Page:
BANDITS, the new crime comedy directed by Barry Levinson and scripted by Harley
Peyton takes a while to find its groove, but once the characters have finally been introduced,
it turns into a moderately enjoyable romp propelled by the performances of Bruce Willis,
Billy Bob Thornton, Troy Garity and Cate Blanchett.
The movie opens with an "AMERICA'S MOST WANTED"-style show depicting the
exploits of the so-called “Sleepover Bandits”, two bank robbers (Willis and Thornton) who hit
on the novel idea of kidnapping a bank’s manager (and his or her family) on the evening
before they strike. That way, they can arrive early, clean out the vault before the public arrives
and make off with the loot. We’re told the pair died in a daring bank heist and the show
includes snippets of a conversation the pair had with smarmy TV host Darren Head (well
played by comedian Bobby Slayton). At first, the structure of BANDITS is a bit
disconcerting and confusing; Peyton deploys a style that mixes time frames as well as places,
thus making the first section of the movie uneven and unnecessarily confusing. It doesn’t
help that the usually reliable Levinson stages these early sequences in an unsteady manner,
nor does the employment of various film stocks by director of photography Dante Spinotti
(used to indicate shifts in time and place) help. Once it settles down into what is essentially
an extended flashback, however, and the characters emerge as distinct personalities,
BANDITS becomes relatively engaging.
Joe Blake (Willis) and Terry Collins (Thornton) are buddies serving time. Joe operates on
instinct, using an act first, think later credo while Terry, a hypochondriac, clearly has a wide
range of knowledge, from gourmet cooking to medicine. On impulse, Joe decides to break
out of prison by stealing a dump truck and just driving off. Not one to be left behind, Terry
jumps in for the ride. While the banter and bickering between these two is meant both to be
humorous and to establish character, most of it falls flat. For its part, the audience is still
unsure whether it is watching a comedy or a drama, and the uneven direction and tone
derail the yeoman efforts of the Willis and Thornton.
By the time the duo pull off their first bank heist in broad daylight, Willis and Thornton
have relaxed into an engaging chemistry. With the addition of Joe’s cousin, Harvey
Pollard (Garity) a wannabe stuntman and part-time getaway driver, the film begins to find
its rhythm. Harvey is so good-natured but dumb that he’s funny even when he’s not trying
The piece de resistance, though, is the character of neurotic housewife Kate Wheeler
(Blanchett). When first seen, she is lip-syncing to Bonnie Tyler’s "Holding Out for a Hero"
while preparing a culinary feast for her uncaring husband (William Converse-Roberts).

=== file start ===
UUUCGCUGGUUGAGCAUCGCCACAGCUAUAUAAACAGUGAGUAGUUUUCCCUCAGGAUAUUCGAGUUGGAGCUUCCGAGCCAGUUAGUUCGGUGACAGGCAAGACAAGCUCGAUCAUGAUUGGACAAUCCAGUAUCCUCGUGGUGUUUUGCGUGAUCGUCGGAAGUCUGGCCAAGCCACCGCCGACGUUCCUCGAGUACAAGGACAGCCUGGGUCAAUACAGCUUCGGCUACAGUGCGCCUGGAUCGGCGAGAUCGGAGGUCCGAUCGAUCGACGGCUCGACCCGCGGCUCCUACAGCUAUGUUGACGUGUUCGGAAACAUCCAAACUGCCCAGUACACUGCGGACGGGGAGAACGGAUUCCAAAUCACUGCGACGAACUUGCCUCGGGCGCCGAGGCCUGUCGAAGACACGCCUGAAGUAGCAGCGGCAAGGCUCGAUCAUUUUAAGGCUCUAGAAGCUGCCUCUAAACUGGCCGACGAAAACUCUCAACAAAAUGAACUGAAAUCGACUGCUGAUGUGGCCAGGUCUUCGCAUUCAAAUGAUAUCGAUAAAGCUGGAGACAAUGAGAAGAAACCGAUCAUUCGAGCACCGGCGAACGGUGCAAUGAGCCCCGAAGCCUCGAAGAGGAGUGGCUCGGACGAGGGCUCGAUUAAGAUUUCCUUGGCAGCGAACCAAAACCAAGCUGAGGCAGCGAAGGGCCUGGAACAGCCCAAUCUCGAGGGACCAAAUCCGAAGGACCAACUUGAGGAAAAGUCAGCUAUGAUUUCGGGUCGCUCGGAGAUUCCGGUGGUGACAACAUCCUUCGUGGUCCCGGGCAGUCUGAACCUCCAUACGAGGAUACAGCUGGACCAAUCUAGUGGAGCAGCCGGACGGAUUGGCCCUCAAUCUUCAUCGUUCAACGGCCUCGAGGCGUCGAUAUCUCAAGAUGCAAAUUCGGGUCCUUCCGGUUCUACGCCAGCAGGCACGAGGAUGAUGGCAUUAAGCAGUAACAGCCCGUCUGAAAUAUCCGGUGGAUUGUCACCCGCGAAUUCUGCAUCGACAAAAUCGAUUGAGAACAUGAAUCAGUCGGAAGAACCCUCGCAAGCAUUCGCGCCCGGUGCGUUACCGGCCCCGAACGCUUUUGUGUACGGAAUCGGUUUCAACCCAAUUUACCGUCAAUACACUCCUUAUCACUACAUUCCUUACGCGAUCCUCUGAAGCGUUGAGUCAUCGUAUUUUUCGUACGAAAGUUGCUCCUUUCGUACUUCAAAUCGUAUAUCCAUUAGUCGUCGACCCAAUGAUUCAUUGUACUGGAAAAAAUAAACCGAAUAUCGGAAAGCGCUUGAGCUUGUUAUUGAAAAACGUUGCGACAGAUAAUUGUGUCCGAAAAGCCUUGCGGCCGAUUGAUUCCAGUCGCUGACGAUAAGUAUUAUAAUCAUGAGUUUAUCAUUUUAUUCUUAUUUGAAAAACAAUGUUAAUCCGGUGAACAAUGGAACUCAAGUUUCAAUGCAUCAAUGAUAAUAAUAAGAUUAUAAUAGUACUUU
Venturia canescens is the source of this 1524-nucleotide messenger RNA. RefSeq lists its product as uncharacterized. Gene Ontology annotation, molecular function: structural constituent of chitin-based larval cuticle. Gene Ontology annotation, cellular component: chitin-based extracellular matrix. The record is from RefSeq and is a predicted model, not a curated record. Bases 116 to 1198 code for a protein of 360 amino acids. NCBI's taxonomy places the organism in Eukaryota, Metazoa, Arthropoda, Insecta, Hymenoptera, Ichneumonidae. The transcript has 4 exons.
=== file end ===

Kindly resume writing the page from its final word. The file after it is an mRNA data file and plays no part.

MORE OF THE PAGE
Angry at his indifference, Kate takes off in her car and has a “meet cute” with Terry; she
literally runs him down while he’s hitchhiking, then insists on taking him to a hospital. When
she refuses to relinquish her car, Kate ends up at the robbers’ hideout and quickly worms
her way into their lives. For Terry and Kate, it’s dislike at first site, while Joe is immediately
smitten. Before long, Kate is along for the ride on the robberies and she’s entrancing
enough (and with a weird plot twist that throws she and Terry together) for both men
to fall in love with her.
While the plot veers all over the place and cannot decide whether its a crime caper, a
love story or some hybrid, BANDITS still proves more fun than it should, mostly because
of the acting. Willis has played variations on this character in other movies and there are
times he appears merely to be phoning it in. Thornton, on the other hand, continues
to prove to be one of this country’s most versatile actors. He projects both intelligence
(sometimes to the point of being a know-it-all) and insecurity, making Terry one of the
more memorable characters in the film. The chameleonic (and about to be ubiquitous)
Blanchett is nothing short of magnificent as Kate. Employing a perfect American accent,
she finds the heart in the wounded soul and makes the dubious task of falling in love with
both men palatable and believable.
BANDITS (not to be confused with the far superior German film about female
prisoners who form a band and then escape from jail) unfortunately squanders a good
idea. Too serious to be a flat-out comedy, and too comic to be a crime drama, it is a case
of some fine set pieces and terrific performances that don’t quite add up.
|© 2008 by C. E. Murphy. All Rights Reserved.